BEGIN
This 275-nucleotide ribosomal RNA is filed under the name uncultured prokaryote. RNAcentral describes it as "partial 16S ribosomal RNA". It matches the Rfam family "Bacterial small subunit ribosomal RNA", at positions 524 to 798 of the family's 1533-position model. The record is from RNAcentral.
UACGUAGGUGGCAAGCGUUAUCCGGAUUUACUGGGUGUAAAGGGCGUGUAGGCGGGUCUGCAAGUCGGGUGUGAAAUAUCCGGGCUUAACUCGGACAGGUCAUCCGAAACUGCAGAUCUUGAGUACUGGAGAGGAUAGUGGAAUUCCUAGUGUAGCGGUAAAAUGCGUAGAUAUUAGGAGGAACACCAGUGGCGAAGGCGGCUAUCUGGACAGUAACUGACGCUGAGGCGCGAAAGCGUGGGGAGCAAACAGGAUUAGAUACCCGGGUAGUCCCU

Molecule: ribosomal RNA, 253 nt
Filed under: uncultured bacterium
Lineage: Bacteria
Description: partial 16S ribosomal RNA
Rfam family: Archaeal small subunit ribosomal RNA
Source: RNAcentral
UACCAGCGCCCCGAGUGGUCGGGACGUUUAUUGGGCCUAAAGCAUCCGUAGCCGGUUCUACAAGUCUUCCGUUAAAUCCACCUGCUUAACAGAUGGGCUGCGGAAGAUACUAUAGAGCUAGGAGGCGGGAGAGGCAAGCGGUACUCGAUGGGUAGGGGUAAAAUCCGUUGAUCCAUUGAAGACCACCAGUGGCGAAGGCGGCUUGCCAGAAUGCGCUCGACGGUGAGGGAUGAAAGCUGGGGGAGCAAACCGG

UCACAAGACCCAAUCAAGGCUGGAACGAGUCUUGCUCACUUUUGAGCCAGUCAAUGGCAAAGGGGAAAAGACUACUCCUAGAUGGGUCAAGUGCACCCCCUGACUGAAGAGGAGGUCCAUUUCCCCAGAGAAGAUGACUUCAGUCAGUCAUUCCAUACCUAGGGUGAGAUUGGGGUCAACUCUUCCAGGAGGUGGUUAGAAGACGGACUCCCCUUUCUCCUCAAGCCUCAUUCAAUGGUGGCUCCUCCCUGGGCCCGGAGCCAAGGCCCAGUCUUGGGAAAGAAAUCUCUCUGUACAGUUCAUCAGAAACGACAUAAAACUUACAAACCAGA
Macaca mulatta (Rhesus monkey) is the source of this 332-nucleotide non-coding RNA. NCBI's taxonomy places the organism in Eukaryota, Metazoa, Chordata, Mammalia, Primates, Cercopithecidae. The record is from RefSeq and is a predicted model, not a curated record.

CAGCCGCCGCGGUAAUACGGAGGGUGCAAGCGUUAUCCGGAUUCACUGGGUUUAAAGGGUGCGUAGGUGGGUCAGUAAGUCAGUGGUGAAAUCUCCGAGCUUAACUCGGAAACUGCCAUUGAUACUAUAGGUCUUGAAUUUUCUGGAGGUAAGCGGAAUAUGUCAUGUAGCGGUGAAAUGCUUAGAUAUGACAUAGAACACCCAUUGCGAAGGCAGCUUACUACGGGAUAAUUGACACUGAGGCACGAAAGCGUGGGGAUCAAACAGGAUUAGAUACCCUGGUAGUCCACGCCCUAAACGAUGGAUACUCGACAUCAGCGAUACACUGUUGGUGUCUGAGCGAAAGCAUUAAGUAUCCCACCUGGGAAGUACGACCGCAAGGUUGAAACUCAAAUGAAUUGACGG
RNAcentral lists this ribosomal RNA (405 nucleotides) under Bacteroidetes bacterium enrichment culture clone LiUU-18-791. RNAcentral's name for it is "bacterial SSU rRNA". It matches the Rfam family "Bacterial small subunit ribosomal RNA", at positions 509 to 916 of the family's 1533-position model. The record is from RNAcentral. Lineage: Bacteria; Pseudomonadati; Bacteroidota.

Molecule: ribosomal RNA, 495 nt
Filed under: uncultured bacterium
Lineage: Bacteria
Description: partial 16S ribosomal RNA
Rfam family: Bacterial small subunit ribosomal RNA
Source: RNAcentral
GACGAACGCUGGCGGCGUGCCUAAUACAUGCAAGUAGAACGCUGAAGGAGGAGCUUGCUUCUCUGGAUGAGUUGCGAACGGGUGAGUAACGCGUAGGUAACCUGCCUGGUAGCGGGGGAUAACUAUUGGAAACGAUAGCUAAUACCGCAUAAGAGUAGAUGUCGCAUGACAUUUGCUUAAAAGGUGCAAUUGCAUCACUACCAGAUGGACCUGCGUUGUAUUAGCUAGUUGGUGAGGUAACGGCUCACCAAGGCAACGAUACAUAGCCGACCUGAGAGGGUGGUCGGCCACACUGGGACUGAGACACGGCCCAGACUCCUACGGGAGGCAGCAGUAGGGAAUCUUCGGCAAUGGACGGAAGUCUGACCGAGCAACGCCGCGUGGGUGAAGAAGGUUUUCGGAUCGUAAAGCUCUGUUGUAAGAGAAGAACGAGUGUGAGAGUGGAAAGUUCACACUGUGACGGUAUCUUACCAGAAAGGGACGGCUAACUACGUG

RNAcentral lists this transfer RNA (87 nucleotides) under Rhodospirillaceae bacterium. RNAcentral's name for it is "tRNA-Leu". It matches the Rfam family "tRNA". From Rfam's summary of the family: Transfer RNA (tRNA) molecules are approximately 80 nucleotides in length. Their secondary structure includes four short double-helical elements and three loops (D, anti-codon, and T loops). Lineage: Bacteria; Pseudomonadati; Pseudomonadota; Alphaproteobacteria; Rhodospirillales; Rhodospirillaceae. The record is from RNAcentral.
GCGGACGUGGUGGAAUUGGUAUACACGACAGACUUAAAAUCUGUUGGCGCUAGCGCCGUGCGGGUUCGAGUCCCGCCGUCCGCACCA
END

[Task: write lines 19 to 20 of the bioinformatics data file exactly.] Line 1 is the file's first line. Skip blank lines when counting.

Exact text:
Source: RNAcentral
GACGAACGCUGGCGGCGUGCCUAAUACAUGCAAGUAGAACGCUGAAGGAGGAGCUUGCUUCUCUGGAUGAGUUGCGAACGGGUGAGUAACGCGUAGGUAACCUGCCUGGUAGCGGGGGAUAACUAUUGGAAACGAUAGCUAAUACCGCAUAAGAGUAGAUGUCGCAUGACAUUUGCUUAAAAGGUGCAAUUGCAUCACUACCAGAUGGACCUGCGUUGUAUUAGCUAGUUGGUGAGGUAACGGCUCACCAAGGCAACGAUACAUAGCCGACCUGAGAGGGUGGUCGGCCACACUGGGACUGAGACACGGCCCAGACUCCUACGGGAGGCAGCAGUAGGGAAUCUUCGGCAAUGGACGGAAGUCUGACCGAGCAACGCCGCGUGGGUGAAGAAGGUUUUCGGAUCGUAAAGCUCUGUUGUAAGAGAAGAACGAGUGUGAGAGUGGAAAGUUCACACUGUGACGGUAUCUUACCAGAAAGGGACGGCUAACUACGUG